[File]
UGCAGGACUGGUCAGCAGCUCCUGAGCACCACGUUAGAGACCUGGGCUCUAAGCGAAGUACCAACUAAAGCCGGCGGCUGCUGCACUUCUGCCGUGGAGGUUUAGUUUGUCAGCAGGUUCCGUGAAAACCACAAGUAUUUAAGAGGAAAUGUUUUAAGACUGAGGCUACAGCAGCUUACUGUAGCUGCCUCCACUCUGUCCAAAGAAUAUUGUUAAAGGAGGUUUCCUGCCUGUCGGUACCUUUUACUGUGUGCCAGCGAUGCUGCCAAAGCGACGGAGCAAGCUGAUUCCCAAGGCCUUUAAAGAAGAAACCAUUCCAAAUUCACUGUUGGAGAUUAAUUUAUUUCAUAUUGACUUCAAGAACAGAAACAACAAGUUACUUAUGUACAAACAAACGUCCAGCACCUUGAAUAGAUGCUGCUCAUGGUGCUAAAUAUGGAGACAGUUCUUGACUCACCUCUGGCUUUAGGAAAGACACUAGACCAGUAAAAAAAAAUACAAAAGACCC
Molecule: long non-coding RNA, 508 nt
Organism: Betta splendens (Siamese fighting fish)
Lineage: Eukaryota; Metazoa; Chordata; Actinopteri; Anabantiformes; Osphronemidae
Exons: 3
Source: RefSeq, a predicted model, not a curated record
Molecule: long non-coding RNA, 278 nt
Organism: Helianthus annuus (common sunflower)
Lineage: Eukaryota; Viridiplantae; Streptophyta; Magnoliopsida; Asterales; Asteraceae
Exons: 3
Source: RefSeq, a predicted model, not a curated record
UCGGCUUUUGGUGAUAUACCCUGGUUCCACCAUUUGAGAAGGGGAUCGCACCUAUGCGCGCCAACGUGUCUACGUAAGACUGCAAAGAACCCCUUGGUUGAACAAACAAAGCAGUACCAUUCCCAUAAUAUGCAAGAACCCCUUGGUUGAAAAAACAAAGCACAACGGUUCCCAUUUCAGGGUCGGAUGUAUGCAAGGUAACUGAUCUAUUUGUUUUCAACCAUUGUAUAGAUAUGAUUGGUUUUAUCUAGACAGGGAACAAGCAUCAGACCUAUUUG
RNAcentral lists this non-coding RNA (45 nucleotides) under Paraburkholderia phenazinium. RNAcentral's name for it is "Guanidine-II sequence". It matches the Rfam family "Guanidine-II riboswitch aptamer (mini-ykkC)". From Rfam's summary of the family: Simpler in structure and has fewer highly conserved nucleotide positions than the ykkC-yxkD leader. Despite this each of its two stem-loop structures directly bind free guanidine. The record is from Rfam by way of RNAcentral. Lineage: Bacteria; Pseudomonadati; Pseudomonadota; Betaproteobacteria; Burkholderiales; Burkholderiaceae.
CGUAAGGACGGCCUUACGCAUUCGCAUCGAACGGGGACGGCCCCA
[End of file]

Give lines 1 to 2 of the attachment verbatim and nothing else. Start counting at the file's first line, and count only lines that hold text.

UGCAGGACUGGUCAGCAGCUCCUGAGCACCACGUUAGAGACCUGGGCUCUAAGCGAAGUACCAACUAAAGCCGGCGGCUGCUGCACUUCUGCCGUGGAGGUUUAGUUUGUCAGCAGGUUCCGUGAAAACCACAAGUAUUUAAGAGGAAAUGUUUUAAGACUGAGGCUACAGCAGCUUACUGUAGCUGCCUCCACUCUGUCCAAAGAAUAUUGUUAAAGGAGGUUUCCUGCCUGUCGGUACCUUUUACUGUGUGCCAGCGAUGCUGCCAAAGCGACGGAGCAAGCUGAUUCCCAAGGCCUUUAAAGAAGAAACCAUUCCAAAUUCACUGUUGGAGAUUAAUUUAUUUCAUAUUGACUUCAAGAACAGAAACAACAAGUUACUUAUGUACAAACAAACGUCCAGCACCUUGAAUAGAUGCUGCUCAUGGUGCUAAAUAUGGAGACAGUUCUUGACUCACCUCUGGCUUUAGGAAAGACACUAGACCAGUAAAAAAAAAUACAAAAGACCC
Molecule: long non-coding RNA, 508 nt